New York Students Learn About Gun Violence by Visiting Morgue

WABC-TV(NEW YORK) -- Some 50 Brooklyn, New York, high school and middle school students visited the Brookdale University Hospital and Medical Center on Wednesday in what organizers are calling a last-ditch effort to drive the message home that guns and gangs can lead to a one-way trip underground.

"The gun violence rate is so high in East New York and we needed to make a change," Nicole Favours of Brookdale's public affairs department told ABC News. "What [the students have] been asked to do now is make a change."

The Brooklyn hospital receives a gunshot victim every 36 hours, according to hospital president Mark Toney.

Organizers are hoping this new initiative will have a lasting impact on the visiting teenagers.

"Seeing that body, it just made me realize that life is precious," Shane Magloire, 17, told ABC-owned station WABC-TV. "And just thinking, like, 'What if one of my friends or myself was dead?'"

The group heard chilling stories from emergency room doctors and were shown videos and photos of gunshot victims.

"You guys have a decision to make," Khari Edwards, also of Brookdale's public affairs department, told the group. "You can make a decision to do great things, or you can make a decision to go the wrong way, and usually, wrong ways end you up here."

Favours says the plan, moving forward, is to bring students to the morgue every three months.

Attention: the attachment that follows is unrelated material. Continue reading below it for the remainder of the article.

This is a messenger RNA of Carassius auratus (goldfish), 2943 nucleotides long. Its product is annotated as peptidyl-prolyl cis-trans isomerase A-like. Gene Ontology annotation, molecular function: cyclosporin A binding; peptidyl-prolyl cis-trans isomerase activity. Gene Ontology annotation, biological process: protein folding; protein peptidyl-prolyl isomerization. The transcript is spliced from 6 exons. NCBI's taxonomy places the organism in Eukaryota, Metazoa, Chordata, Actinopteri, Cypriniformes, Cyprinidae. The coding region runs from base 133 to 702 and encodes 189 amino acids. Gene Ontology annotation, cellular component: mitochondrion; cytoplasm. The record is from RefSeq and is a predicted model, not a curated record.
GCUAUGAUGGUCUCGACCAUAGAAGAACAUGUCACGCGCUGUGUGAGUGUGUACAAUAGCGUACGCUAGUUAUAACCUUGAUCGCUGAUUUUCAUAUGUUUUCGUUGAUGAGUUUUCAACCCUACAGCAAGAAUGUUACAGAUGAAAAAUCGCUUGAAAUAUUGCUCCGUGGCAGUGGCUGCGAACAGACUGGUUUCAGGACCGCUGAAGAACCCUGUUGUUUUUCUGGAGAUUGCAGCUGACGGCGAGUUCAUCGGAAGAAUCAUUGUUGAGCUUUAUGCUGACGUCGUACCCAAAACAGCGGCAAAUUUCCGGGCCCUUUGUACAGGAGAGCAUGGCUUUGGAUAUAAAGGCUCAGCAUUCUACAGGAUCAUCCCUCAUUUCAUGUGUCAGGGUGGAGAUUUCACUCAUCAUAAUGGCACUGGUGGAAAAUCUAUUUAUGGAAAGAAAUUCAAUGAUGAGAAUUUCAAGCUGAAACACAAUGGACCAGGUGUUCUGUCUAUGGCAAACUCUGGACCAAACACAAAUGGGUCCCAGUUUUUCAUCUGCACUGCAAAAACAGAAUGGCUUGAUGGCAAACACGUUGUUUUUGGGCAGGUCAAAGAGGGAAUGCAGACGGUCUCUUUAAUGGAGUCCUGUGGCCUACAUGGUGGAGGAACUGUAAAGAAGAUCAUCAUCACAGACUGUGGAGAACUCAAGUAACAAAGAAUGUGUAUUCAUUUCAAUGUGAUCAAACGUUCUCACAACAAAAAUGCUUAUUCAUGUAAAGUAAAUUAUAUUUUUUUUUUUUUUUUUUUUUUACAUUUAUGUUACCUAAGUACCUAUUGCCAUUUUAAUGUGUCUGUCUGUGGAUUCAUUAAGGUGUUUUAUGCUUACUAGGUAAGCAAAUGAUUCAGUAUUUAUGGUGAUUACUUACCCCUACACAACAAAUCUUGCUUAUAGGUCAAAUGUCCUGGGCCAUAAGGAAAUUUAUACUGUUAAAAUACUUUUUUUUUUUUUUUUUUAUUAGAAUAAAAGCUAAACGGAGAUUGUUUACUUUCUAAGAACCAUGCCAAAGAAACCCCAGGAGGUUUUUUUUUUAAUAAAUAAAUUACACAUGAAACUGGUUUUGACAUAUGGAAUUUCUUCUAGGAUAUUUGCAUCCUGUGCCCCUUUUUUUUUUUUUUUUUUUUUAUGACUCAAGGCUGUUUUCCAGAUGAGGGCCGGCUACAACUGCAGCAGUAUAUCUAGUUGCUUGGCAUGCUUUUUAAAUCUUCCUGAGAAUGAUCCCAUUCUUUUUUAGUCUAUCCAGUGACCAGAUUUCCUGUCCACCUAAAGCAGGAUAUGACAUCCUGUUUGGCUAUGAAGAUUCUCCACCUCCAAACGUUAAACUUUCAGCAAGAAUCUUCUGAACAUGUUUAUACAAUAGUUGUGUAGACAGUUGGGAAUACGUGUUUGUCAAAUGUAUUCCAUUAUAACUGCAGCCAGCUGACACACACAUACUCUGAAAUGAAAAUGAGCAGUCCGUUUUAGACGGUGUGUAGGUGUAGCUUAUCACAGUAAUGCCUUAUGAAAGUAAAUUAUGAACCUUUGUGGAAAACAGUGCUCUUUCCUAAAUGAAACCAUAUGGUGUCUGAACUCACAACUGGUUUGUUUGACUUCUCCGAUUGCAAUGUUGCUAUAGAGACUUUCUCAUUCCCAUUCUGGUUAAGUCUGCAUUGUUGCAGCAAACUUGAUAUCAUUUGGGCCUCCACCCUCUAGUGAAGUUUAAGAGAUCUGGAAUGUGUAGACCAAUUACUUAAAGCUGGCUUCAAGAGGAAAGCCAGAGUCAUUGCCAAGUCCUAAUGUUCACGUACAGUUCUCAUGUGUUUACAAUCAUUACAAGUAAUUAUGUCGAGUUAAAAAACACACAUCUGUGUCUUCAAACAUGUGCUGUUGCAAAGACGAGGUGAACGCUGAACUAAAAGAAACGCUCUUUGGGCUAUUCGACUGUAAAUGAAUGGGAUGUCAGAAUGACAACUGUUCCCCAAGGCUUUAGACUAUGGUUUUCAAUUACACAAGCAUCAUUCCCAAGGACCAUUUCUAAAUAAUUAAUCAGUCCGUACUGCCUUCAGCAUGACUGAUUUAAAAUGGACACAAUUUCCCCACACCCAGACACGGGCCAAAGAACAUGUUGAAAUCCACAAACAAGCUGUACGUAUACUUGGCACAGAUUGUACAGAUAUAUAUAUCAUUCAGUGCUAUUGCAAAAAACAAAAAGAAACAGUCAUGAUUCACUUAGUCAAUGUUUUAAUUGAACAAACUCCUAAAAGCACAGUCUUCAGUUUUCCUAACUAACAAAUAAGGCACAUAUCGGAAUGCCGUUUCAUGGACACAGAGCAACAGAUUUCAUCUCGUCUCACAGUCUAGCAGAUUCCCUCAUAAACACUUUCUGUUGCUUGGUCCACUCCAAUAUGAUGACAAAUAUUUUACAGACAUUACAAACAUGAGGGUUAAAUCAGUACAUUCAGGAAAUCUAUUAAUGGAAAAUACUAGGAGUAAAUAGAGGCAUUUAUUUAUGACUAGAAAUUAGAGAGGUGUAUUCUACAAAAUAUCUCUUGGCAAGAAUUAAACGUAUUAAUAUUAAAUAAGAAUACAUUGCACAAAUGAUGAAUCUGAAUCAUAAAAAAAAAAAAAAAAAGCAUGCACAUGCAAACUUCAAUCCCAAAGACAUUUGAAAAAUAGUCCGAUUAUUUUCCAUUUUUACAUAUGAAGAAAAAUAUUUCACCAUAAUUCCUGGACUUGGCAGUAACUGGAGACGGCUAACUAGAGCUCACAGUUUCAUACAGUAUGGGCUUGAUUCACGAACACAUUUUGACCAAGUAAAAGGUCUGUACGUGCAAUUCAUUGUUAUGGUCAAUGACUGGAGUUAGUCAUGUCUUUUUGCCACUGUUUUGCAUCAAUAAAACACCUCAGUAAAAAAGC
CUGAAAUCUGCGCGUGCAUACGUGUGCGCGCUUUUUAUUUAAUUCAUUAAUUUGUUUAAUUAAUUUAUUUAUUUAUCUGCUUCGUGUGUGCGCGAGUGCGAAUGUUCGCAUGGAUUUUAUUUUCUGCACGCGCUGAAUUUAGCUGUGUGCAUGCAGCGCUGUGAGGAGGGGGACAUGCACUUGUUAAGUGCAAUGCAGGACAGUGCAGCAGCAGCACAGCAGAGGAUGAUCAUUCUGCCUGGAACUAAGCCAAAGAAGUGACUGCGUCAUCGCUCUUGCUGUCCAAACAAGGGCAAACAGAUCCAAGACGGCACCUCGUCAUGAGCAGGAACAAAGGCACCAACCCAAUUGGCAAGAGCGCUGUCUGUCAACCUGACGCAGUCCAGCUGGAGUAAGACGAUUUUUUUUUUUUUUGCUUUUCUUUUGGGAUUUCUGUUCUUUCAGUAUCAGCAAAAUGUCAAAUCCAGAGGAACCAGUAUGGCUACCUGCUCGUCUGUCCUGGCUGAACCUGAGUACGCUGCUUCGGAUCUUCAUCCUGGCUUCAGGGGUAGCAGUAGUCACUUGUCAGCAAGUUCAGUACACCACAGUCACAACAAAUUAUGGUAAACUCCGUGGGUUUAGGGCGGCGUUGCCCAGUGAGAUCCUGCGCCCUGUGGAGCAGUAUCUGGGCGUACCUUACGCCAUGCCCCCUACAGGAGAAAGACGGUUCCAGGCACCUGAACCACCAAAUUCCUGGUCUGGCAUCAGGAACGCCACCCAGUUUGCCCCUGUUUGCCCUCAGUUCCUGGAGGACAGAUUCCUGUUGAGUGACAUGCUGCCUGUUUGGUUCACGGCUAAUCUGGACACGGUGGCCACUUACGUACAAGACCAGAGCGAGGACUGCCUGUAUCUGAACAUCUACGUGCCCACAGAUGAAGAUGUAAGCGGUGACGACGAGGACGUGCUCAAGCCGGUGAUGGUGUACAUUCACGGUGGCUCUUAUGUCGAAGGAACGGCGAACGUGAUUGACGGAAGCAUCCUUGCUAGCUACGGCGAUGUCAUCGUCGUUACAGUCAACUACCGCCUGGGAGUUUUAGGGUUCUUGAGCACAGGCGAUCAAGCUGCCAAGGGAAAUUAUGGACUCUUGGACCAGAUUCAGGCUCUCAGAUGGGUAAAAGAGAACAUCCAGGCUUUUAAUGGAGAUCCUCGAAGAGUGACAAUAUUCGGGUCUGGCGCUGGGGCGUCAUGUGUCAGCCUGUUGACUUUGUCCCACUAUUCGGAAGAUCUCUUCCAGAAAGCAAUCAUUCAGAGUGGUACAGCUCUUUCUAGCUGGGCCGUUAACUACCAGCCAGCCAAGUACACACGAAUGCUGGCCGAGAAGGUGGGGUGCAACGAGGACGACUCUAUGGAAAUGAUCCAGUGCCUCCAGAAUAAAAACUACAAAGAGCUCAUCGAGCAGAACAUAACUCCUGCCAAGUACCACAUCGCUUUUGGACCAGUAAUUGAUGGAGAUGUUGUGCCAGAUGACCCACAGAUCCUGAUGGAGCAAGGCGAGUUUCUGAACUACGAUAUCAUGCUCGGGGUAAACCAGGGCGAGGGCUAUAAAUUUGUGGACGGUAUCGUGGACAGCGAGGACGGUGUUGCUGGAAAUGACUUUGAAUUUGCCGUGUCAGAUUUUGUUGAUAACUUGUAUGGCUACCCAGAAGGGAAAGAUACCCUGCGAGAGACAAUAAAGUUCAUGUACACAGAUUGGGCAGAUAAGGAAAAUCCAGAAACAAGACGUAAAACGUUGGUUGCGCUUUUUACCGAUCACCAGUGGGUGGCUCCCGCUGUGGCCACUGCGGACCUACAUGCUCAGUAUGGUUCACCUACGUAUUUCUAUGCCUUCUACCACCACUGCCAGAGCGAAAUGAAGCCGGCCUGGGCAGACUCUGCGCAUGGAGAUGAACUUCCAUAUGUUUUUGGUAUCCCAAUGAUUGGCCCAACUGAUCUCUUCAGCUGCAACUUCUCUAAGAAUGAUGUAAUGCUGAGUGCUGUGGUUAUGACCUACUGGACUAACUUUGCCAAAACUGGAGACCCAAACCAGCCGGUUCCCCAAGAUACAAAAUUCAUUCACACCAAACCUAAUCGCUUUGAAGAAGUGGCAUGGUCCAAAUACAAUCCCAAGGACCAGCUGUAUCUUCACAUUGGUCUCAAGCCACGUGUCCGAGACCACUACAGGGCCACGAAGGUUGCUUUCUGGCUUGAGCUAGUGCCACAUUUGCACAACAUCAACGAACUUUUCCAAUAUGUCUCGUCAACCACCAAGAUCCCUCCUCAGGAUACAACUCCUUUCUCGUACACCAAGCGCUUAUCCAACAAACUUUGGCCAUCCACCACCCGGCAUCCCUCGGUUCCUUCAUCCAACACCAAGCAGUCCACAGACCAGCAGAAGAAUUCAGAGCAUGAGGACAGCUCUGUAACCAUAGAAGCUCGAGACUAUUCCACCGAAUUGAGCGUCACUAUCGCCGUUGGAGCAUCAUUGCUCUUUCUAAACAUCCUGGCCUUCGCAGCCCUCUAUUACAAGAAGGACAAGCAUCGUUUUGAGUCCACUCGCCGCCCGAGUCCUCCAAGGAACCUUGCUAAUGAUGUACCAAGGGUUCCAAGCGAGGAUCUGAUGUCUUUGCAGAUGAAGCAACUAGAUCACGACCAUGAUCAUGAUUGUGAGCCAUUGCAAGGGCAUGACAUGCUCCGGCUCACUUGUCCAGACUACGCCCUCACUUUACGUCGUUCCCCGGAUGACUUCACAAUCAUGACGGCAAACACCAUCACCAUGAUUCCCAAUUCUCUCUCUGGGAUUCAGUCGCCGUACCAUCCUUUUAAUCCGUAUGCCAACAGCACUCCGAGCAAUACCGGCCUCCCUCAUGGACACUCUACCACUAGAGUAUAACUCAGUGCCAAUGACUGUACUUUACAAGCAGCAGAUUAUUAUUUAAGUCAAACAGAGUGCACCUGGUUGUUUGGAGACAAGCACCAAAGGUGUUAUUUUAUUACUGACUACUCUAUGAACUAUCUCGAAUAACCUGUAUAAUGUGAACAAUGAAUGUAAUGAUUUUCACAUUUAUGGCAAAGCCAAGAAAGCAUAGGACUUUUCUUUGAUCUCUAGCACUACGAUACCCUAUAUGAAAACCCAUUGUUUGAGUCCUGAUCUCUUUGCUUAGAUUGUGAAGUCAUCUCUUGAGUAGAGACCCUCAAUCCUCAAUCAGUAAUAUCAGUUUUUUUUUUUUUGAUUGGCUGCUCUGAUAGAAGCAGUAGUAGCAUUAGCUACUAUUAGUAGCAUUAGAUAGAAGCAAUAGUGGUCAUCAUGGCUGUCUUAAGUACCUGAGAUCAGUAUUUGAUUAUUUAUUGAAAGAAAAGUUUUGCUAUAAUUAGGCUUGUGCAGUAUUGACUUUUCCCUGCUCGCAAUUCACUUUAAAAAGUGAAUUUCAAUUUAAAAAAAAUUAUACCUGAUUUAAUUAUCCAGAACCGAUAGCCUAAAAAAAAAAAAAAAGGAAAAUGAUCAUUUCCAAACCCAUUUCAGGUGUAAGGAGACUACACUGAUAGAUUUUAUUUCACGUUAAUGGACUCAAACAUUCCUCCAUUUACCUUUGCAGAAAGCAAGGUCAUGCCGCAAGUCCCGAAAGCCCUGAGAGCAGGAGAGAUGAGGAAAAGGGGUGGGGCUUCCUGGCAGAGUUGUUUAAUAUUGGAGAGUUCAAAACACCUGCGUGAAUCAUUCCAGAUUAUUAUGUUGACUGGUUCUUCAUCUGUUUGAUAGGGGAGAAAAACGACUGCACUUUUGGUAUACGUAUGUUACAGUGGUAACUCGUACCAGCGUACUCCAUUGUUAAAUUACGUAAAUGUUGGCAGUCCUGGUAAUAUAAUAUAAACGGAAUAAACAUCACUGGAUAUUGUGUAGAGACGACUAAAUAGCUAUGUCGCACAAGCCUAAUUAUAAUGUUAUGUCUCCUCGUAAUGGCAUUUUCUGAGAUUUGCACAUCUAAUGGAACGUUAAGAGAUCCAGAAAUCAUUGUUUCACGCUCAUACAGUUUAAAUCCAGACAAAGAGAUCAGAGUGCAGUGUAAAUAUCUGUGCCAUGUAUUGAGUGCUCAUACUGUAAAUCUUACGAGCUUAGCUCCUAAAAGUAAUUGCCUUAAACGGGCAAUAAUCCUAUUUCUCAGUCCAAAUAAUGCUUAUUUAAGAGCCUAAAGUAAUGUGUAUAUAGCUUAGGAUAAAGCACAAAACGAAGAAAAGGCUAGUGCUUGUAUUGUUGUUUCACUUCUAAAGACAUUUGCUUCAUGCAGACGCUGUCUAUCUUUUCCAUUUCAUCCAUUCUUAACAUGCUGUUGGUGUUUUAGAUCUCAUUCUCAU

"It's not to scare them," Favours said, "but it's to inform them that this is the part you don't see."

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Officials break ground on new park honoring the youngest victim of the Boston Marathon bombing

Officials break ground on new park honoring the youngest victim of the Boston Marathon bombingSeanPavonePhoto/iStock/Thinkstock(BOSTON) -- Officials broke ground in Boston Wednesday for a new park dedicated to Martin Richard, the youngest victim of the 2013 Boston Marathon bombing.

Martin was 8 years old when he killed on April 15, 2013, as he watched the marathon from near the finish line with his family. His mother was gravely injured, and his sister, who was 7 at the time,
lost a leg.

Photos from Wednesday's ceremonial groundbreaking show children in hard hats using shovels to dig dirt. Martin's Park, located next to the Boston Children's Museum at the Smith Family Waterfront,
is expected to open in the fall of 2018, according to a press release from the office of Massachusetts Gov. Charlie Baker.

"This park will bring light & hope to that darkness, honoring his memory & allowing kids to be kids," Baker wrote on Twitter.

#MartinRichard lost his life to terror. This park will bring light & hope to that darkness, honoring his memory & allowing kids to be kids. pic.twitter.com/lYUTMyZNxV

— Charlie Baker (@MassGovernor) August 16, 2017

Boston Mayor Marty Walsh wrote on Twitter that the park will remind its visitors of "hope, compassion & love."

"Martin's spirit will always live on in Boston & in Martin's Park," Walsh wrote.

This park reminds us of hope, compassion & love a young boy taught us all. Martin's spirit will always live on in Boston & in Martin's Park. pic.twitter.com/w6Plokx6D7

— Mayor Marty Walsh (@marty_walsh) August 16, 2017

Both Baker and Walsh spoke at the groundbreaking ceremony, as well as Martin's family.

Martin's sister, Jane Richard, said she knows that her brother is happy that the community is coming together.

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